It’s been known for a while now that Apple has removed Google Maps from iOS 6, Apple’s mobile operating system for iPhones, iPads, and iPods. This hurt users who frequently used the Maps application for public transit, as the new app is said to launch without the ability to route via public transit.
Our license to include the YouTube app in iOS has ended, customers can use YouTube in the Safari browser and Google is working on a new YouTube app to be on the App Store.
Most people will agree that the mobile web view of YouTube in Safari has been superior since the introduction of HTML5 video on Google’s popular video host. While playback of individual videos is definitely better, I disagree that the experience overall is better. For one, the YouTube app fits seamlessly into iOS, matching the styling and UI components that have been used since the iPhone launched. The YouTube mobile view is kludgy to browse and navigate, obviously lacking the iOS-native tab navigation at the bottom of the window. For browsing various videos and channels, I prefer the YouTube native app for this reason.
Google is free to build their own application to replace the app Apple had been building and maintaining – not that Apple had done much with YouTube.app since the launch. However, this does present a few cases where the user loses.
Apple does not currently provide a way for an app to be the default handler for URLs, e-mail, music, or other destinations. This means any link sent in an e-mail will load into Safari. For watching the video, this is probably just fine – a lot of people seem to prefer the mobile view for watching videos as it doesn’t require you to switch contexts to a new app. The downside to this comes when the user wants to take action on this video – say to save it as a favorite or to add it to a YouTube playlist. The user either needs to log in to perform this action, or already be logged in. If a user tapped a link that launched Mobile Safari, this is probably okay; but for apps that have a built-in browser (like Tweetbot), the user doesn’t have access to the same cookies, meaning for each app utilizing the UIWebView, the user has to log in again as cookies are not shared between Safari and UIWebView.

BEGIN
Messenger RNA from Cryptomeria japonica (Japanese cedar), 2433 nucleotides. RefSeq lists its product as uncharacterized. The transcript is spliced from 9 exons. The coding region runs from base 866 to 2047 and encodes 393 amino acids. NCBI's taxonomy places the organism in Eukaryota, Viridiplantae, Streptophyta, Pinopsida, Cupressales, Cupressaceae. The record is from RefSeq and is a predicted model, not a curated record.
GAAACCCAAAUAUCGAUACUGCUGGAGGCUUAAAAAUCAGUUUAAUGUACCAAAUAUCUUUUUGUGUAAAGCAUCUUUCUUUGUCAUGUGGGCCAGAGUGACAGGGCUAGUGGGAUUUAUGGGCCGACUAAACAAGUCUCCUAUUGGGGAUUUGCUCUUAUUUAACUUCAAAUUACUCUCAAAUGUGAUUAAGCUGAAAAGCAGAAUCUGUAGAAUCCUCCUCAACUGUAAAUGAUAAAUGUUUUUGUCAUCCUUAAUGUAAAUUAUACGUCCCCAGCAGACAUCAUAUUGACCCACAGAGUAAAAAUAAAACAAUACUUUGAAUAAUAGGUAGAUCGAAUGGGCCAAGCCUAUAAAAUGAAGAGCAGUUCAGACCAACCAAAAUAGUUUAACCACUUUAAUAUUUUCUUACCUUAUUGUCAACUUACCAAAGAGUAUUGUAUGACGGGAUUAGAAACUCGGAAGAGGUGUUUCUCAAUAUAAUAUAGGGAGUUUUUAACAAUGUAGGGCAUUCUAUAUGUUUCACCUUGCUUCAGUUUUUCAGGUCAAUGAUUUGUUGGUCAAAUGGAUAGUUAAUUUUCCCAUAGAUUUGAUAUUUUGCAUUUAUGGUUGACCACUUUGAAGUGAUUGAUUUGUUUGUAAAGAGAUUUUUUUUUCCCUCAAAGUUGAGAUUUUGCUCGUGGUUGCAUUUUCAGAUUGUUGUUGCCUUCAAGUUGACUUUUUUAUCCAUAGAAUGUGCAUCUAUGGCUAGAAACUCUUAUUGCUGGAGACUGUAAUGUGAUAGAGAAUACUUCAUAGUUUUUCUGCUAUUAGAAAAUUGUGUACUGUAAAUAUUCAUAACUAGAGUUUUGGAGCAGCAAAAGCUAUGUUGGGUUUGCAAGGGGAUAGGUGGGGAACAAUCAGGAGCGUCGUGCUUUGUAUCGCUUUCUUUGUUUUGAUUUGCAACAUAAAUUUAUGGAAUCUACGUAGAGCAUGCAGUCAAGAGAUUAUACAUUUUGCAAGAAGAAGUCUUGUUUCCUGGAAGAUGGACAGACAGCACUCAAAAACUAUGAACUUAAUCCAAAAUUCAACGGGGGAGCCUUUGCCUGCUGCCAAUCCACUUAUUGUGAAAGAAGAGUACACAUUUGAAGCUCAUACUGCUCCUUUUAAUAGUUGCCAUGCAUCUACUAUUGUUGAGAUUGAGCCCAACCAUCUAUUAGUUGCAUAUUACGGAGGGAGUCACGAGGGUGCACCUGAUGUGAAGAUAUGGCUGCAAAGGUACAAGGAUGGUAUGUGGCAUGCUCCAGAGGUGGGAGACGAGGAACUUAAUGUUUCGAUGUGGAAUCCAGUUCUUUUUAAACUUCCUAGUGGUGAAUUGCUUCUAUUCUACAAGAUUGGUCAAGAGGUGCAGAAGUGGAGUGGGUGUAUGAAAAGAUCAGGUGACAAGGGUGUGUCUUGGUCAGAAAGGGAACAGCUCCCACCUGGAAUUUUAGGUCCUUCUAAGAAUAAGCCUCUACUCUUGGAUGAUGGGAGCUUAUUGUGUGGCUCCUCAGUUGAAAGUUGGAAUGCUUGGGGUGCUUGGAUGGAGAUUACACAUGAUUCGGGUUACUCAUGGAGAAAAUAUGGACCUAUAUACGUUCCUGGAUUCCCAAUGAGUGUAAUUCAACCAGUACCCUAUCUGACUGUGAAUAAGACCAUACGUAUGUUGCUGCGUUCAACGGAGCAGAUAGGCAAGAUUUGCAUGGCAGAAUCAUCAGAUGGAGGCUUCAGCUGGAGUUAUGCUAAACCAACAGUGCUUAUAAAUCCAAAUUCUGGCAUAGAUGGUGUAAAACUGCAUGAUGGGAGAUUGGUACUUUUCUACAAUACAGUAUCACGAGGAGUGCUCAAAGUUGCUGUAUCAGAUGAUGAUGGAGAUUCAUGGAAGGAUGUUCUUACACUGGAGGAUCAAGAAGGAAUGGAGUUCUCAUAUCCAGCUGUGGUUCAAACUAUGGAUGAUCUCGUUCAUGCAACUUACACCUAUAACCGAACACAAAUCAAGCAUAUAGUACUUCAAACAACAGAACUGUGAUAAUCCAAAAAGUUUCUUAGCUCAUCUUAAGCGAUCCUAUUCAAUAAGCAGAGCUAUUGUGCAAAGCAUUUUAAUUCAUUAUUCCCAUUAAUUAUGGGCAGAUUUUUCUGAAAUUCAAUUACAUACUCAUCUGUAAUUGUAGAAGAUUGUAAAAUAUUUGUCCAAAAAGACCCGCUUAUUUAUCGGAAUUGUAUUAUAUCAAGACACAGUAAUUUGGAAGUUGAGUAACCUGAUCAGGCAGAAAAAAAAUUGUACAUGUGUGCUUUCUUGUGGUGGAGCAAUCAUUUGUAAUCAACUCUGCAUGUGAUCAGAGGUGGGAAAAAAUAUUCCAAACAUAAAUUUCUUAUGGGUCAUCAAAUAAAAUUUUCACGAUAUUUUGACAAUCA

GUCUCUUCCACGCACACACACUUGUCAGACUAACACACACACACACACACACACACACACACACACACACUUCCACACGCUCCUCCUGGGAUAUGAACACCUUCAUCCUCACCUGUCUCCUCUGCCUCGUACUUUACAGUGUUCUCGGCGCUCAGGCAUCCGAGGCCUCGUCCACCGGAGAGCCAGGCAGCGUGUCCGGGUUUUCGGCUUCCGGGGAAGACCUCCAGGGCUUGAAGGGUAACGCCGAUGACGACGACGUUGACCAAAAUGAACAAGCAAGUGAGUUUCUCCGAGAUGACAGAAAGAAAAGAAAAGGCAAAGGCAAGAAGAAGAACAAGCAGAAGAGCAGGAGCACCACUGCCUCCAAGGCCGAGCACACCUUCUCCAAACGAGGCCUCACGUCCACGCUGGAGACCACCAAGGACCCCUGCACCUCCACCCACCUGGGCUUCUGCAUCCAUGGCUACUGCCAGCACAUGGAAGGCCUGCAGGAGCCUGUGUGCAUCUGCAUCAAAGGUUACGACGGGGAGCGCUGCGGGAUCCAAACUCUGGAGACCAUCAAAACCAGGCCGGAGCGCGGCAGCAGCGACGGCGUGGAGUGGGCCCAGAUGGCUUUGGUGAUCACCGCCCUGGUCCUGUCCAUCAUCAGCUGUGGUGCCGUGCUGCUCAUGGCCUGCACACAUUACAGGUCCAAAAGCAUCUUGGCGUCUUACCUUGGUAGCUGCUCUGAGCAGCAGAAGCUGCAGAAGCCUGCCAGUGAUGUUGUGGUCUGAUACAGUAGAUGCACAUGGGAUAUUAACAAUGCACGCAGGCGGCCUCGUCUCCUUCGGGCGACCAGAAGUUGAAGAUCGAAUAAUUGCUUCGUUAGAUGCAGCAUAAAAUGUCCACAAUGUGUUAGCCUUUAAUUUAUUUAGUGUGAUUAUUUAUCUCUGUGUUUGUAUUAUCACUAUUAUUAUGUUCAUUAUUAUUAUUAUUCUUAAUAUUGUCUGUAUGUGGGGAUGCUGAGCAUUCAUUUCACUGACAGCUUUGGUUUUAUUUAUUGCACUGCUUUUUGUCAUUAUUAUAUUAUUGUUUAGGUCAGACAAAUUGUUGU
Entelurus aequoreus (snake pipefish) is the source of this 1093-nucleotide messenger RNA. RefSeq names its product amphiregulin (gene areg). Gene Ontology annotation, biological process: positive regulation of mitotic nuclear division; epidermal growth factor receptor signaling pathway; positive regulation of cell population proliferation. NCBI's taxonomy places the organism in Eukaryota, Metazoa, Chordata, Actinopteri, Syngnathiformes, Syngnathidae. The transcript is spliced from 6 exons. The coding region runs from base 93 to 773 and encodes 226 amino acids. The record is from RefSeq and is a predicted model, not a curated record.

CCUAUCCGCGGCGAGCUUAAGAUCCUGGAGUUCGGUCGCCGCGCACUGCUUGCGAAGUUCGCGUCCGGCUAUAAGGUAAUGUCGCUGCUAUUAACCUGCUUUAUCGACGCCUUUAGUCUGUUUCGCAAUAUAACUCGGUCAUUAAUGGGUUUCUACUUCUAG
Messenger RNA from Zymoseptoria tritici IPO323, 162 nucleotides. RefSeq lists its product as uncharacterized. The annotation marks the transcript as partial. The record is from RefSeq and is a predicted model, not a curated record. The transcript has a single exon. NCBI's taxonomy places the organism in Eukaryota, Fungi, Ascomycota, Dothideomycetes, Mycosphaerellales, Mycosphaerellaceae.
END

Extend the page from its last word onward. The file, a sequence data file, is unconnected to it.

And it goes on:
Apple’s war with Google has only hurt one party – the user. Google is still able to create native apps and drive users to their website via mobile web views. Apple still sells their devices with new features. Users lose both features and integration with the loss of the transit navigation and native YouTube app, having to be at the mercy of Google’s iOS development teams. Those teams have been exceptionally slow on releasing iOS versions of Android apps – the Google Drive app launched well over a month after the service, and failed to meet expectations, providing a read-only access to your files. The iOS native GMail account was poorly launched and poorly received, as it is basically a UIWebView wrapper for a mobile view. Google’s social Google+ app also proved to be a limited set of functionality in a buggy app, and it took Google nearly a year to launch an iPad-specific version.
I know Google can build a proper YouTube application for iOS – I just have my doubts about how well they’ll do it and how long it’ll take to go to release.